My main achievement was going down the Nintendo Terrain park after much talk of how cool it was and, on the penultimate date, finally deciding at the last minute to follow some young guys onto one of the boxes / grinder things. My plan was to jump in the air and turn my skis sideways before I landed on the box, to grind along it, like the other boys. I was very successful... in completely misjudging it and falling atop of the box hurting my ribs. However, I was fine and enjoyed laughing at himself more than anything. What a plonker!

Other than spending most evenings in our apartment; cooking nice meals, having a beer in the hot tub or red wine and hot chocolate by the fire, we did make it out a couple of nights to meet up with a friend of Lucy's who was over with her partner and another couple. Our first encounter was in a good old fashioned North American après ski bar called Merlins in Blackcomb. Nachos and pitchers were the order of the day plus some cool funky 80's / 90's tunes.

You can't really go wrong in a place like that, talking up your ski successes and each taking the mick out of one another's ski wardrobe, which is either too flashy or dodgy looking (Thanks Dad for lending me over sized trousers and 1980's giant gloves that are more like sponges than gloves).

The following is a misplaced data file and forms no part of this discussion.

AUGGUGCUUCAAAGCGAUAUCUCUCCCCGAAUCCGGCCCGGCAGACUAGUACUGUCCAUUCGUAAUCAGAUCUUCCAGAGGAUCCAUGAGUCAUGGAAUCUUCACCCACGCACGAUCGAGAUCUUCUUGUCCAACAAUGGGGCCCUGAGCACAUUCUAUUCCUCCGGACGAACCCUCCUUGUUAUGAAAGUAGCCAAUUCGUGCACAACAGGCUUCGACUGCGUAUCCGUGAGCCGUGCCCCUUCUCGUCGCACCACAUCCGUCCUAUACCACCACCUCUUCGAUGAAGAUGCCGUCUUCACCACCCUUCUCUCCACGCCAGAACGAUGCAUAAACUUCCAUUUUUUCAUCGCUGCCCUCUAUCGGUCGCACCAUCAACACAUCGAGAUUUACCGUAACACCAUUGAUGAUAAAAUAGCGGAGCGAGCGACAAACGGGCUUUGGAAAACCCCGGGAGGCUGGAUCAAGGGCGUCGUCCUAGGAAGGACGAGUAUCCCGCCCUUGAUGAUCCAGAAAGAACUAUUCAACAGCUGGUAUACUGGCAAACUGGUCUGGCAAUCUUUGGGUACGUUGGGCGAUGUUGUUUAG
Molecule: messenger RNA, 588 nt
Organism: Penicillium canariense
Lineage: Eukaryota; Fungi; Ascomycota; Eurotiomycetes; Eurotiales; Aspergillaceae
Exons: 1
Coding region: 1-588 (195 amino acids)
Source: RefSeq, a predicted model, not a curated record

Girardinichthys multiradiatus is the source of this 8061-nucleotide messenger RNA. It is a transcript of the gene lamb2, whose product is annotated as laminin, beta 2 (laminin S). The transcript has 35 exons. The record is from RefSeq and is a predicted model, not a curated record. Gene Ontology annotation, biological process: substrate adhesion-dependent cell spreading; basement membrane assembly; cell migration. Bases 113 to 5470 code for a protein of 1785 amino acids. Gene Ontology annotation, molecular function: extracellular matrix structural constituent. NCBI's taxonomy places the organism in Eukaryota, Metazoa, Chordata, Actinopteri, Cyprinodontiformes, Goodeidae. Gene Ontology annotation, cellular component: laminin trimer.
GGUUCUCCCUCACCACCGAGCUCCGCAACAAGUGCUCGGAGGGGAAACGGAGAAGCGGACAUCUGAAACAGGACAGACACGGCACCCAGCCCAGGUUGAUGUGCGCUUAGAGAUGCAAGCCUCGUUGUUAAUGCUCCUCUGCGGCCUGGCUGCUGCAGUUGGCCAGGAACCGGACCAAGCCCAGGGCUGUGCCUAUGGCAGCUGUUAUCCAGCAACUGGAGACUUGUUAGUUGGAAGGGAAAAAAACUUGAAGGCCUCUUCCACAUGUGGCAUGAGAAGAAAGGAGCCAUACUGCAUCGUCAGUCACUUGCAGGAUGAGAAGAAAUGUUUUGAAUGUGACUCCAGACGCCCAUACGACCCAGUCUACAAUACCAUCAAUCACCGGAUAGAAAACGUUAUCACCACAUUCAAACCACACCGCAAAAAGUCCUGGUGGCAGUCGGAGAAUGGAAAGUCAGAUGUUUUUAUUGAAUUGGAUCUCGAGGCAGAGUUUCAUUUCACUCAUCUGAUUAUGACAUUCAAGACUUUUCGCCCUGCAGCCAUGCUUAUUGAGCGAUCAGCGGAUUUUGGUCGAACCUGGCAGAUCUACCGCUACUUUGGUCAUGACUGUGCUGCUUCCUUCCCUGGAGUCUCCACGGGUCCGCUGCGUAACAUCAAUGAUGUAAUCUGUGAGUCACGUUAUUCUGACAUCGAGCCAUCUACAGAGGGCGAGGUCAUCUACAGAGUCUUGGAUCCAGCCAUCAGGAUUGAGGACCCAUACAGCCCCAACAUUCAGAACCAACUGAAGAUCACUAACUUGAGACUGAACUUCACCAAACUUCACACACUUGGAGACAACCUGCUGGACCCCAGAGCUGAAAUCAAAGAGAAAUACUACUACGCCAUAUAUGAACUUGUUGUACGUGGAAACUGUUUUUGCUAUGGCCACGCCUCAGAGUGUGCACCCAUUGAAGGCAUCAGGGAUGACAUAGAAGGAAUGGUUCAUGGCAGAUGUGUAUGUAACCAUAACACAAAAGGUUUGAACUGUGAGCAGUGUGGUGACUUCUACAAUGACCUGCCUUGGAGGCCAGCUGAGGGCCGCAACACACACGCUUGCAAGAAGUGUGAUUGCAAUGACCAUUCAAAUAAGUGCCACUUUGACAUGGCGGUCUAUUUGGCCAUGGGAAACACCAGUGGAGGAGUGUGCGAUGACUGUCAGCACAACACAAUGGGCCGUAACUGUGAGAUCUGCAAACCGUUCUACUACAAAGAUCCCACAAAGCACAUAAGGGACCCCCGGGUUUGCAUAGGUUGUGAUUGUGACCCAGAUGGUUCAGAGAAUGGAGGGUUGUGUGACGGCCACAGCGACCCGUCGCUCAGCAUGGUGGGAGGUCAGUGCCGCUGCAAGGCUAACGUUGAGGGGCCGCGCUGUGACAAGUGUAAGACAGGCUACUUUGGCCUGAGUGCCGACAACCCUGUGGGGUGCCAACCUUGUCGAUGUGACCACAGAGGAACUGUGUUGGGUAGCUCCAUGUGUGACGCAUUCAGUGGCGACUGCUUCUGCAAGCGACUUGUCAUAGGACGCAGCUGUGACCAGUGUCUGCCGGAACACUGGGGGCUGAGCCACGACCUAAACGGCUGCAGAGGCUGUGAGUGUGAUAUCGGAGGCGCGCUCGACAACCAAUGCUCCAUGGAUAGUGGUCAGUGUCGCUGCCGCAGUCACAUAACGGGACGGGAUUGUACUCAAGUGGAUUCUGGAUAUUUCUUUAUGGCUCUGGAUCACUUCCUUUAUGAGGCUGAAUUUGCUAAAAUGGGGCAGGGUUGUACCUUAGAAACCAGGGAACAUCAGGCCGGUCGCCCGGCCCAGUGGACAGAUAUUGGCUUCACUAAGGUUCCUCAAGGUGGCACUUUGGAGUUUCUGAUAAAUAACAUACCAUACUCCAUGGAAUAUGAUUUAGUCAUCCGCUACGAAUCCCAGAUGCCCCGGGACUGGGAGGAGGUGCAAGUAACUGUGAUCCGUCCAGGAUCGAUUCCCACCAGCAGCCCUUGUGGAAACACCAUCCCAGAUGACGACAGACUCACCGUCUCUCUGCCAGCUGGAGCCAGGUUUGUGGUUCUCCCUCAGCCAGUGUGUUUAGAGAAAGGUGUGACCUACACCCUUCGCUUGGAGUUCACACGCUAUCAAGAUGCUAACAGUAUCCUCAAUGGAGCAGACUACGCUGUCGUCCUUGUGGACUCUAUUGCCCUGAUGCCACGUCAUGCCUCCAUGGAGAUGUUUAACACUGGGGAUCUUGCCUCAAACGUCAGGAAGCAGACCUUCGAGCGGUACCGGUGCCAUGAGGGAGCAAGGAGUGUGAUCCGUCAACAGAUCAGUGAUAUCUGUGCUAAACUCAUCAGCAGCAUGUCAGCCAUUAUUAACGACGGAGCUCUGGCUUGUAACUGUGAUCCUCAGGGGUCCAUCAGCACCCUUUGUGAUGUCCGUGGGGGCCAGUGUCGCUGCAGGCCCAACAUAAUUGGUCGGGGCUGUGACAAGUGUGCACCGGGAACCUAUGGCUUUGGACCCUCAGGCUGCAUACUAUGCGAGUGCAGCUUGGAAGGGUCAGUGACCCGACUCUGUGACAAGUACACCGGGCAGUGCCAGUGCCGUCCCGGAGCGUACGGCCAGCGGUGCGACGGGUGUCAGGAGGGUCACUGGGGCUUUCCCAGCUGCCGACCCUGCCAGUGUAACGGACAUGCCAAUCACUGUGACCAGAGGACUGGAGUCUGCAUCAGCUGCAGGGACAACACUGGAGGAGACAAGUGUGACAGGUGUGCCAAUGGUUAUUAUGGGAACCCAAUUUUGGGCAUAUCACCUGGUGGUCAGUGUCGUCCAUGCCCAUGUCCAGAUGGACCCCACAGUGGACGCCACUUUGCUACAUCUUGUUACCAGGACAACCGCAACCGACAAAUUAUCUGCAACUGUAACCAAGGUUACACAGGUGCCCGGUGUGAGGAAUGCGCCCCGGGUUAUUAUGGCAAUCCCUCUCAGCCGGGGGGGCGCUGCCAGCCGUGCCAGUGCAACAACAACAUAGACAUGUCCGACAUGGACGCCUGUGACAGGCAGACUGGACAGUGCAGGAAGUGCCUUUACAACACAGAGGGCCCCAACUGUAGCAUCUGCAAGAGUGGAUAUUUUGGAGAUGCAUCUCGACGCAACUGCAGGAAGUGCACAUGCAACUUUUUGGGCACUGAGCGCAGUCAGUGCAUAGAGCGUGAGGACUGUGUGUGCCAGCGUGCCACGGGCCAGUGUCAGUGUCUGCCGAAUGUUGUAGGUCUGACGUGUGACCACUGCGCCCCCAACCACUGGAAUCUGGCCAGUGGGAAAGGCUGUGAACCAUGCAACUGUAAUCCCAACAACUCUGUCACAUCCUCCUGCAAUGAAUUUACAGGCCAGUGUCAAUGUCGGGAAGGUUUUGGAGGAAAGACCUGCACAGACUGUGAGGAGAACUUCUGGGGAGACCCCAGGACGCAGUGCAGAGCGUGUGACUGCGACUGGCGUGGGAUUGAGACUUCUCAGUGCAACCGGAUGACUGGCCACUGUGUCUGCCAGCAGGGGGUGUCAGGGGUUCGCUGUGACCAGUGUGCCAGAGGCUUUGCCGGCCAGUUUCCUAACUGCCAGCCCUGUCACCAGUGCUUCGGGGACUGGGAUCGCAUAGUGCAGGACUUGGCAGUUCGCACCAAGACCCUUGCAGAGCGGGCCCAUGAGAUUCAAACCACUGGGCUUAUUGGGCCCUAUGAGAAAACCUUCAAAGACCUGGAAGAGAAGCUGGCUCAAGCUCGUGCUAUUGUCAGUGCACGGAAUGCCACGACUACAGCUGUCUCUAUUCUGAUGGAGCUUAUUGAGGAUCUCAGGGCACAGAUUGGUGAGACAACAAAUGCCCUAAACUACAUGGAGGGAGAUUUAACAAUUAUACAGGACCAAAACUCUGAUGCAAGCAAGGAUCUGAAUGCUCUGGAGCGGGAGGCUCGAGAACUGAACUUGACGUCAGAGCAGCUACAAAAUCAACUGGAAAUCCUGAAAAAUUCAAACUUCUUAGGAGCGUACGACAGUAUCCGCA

The next day "just happened" to be the worst rain of the trip so we didn't need much encouragement from our slightly sore heads to not go up the slopes. Instead we slouched around for the day, visiting the hot tub and the village to check out the shopping. It was our only day off and we chose very wisely. We hooked up with our friends again a few days later in probably the most famous and busy bar in Whistler, called Longhorn - this overlooks the 2 main Gondolas at the base of Whistler and has a very popular outdoor area.

Our luck was in because that night we had the pleasure of listening to none other than Paul Oakenfold - for those of you non ravers from the UK he is a very famous old school dance DJ. He may be 51 but he rocked the joint. Granted he only played between 5-7pm, but the place was jam packed with people dancing on stools - I may have been one of them. After the dust settled we then had a pleasant dinner and coffee followed by bed around 10pm. Rock n Roll.

The following few days consisted of very good sunshine and mixed snow around the two mountains, Whistler and Blackcomb. For those who don't know they are two mountains of much the same size next to each other. They both have their own little village which is much the same set up, but Whistlers is much bigger. You can walk between each base in 10 minutes and travel by the Peak 2 Peak Gondola which takes you between each of their halfway points up the mountain in 12 minutes. The two of us skied between both the two mountains, casually meandering down the slopes and stopping off for late morning cappuccinos and then for a midday lunch between the snow top trees, marvelling at the views. It was all very relaxing and a great way to spend our days - being outside for most of it and not working.